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Game #58: At least they weren't no hit!

The A's lose 5-4 thanks to Chris Carter's dingers, an impressive performance by rookie Zach Davies, and the worst lineup of the season.

My best photo-crop ever.
My best photo-crop ever.
Mike McGinnis/Getty Images

The A's are bad at baseball. Sorry to be the bearer of bad news. I'm sure they're good at other things.

A's no hit through 6 2/3 innings

When you trot out the lineup the A's did today, getting no hit isn't much of a surprise. For the first 6 2/3rds innings of this game, rookie and 15 year old Zach Davies allowed just three baserunners, all via the walk.

Credit where credit is due. Davies pitched well. He hit his spots, took advantage of a generous strike zone, and mixed pitches and locations well. The A's did him many a favor, swinging at balls out of the zone left and right, and like any great pitching performance, it was a two person tango. Davies pitched well and the A's did nothing to help their own cause.

The no hitter ended in resounding fashion in the seventh. Following a Jed Lowrie walk, Billy Butler launched a ball deep into the retractable roof covered night, ending the no hit bid and the shutout. Nice to see Butler hit, though as we'll get to later, he played a big part in Sean Manaea's ugly line.

Manaea's good start marred by two pitches

Sean Manaea is very much a work in progress. Tonight, his line didn't do much justice to how much promise he showed.

Manaea garnered swings and misses all night long, His fastball was electric, his changeup dove in an unhittable path, and his control was good enough to earn him a W on a different night. He struck out six and gave up only six hits on the night, two of which were major mistakes.

His first mistake was a first pitch, get-me-over fastball to Chris Carter. Carter is 6'12" and 280 pounds of pure muscle. He doesn't even have bones, nor average contact skills, he's a freak. And he's not that good, but when you throw him a 0-0 fastball in the heart of the zone, well, two run dingers happen.

I don't want to shift the blame off of Manaea too much, but it's a pitch he doesn't make as he gets deeper in his career. It's a pitch Stephen Vogt probably shouldn't call, but there's some hindsight bias in there.

Manaea's second mistake come in the sixth. With runner's on first and second, that pesky A's killer Chris Carter came to the plate again. Manaea got ahead 0-2 with two fastballs, but inexplicably threw a third fastball in a row. It wasn't a bad pitch, but it wasn't a good one. Carter is a fastball masher and an offspeed misser, so it's a questionable decision at best. At any rate, he took another ball deep to center, turning Manaea's good start into a bad one and putting the Brewers up 5-0.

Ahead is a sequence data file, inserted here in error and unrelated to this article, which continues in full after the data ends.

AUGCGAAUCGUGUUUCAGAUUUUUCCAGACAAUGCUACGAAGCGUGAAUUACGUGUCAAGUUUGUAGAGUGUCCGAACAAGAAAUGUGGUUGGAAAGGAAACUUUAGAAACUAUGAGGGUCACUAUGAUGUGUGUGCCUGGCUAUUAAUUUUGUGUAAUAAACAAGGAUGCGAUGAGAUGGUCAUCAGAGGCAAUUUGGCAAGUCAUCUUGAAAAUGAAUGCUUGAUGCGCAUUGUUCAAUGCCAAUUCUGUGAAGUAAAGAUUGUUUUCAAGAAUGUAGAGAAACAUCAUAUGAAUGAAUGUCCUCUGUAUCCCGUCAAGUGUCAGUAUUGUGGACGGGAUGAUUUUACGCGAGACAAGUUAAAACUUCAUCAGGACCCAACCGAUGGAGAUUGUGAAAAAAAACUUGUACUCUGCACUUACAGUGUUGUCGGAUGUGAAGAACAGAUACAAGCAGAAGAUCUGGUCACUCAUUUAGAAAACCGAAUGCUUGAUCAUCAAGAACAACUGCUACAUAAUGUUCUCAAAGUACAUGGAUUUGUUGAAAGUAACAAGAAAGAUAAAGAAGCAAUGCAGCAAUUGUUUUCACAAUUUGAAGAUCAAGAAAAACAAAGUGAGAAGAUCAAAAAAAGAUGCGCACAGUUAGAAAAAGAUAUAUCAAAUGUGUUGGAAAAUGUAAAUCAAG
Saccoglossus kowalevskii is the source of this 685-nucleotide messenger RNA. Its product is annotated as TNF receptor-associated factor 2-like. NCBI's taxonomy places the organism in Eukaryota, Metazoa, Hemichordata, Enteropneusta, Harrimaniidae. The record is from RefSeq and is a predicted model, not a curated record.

Update: Defense still bad

In the sixth, Billy Butler booted a ball. There's not much to it: he's a bad defender who wouldn't be on the field if one of the numerous injured A's was healthy and playing. It went down as a hit in the scorebook because scorekeepers apparently are biased fans like you and me. If the play gets made, Manaea is out of the sixth before Chris Carter's second dinger and maybe, just maybe, the A's sneak out of Milwakee with a win.

Again, I don't want to take too much blame from Manaea. Good pitchers can overcome bad breaks and Manaea could have done so easily with better pitch selection. But there's no doubt, the defense did Manaea no favors.


Per the rules of the A's manifesto, Losing painfully, the ninth wouldn't go without a tease. Billy Burns singled to pitcher, Jed Lowrie doubled down the left field line, and the A's were in business. Burns would score on a Vogt groundout, Lowrie on an error by Jonathan Villar, allowing Billy Butler to reach first. The Brewers lead had shrunk to a single run.

Yonder Alonso would single to center, moving pinch runner Tyler Ladendorf to third. Marcus Semien would follow with his worst at bat of the year, striking out on a breaking ball off the plate and stranding the runner at third. Chris Coghlan would end the game with a flyball to left, and the game ended with a 5-4 victory in favor of the Brewers.

Make baseball fun again

The worst part of the recent string of losses is the A's are taking away the thing that makes baseball special. The 2015 A's were a weird medical experiment, players had their left arm switched with their right, their toes with their fingers. In spite a disjointed band of erring fielders, the A's still won 68 games. That's four out of ten. The A's could visit the best team in the league and reasonably expect to snag at least one game. And that's what makes baseball unique, the worst team can beat the best on any given day.

Except here in 2016, we're treated to the inevitability that's the standard in other sports, not our precious baseball. It feels like a college preseason game, the other team is State, with their huge budget, beautiful cheerleaders, and team of destiny. The A's are Southeastern Dakota State College School of Carpentry Engineering, and the team takes a sad yellow bus and players take turns driving.

Of course State wins. Of course. It shouldn't be that way in baseball, but you know every time the A's are take the field, they're going to lose, probably by a fair amount. Here's to a some .500 ball the rest of the way to keep us all on our collective toes.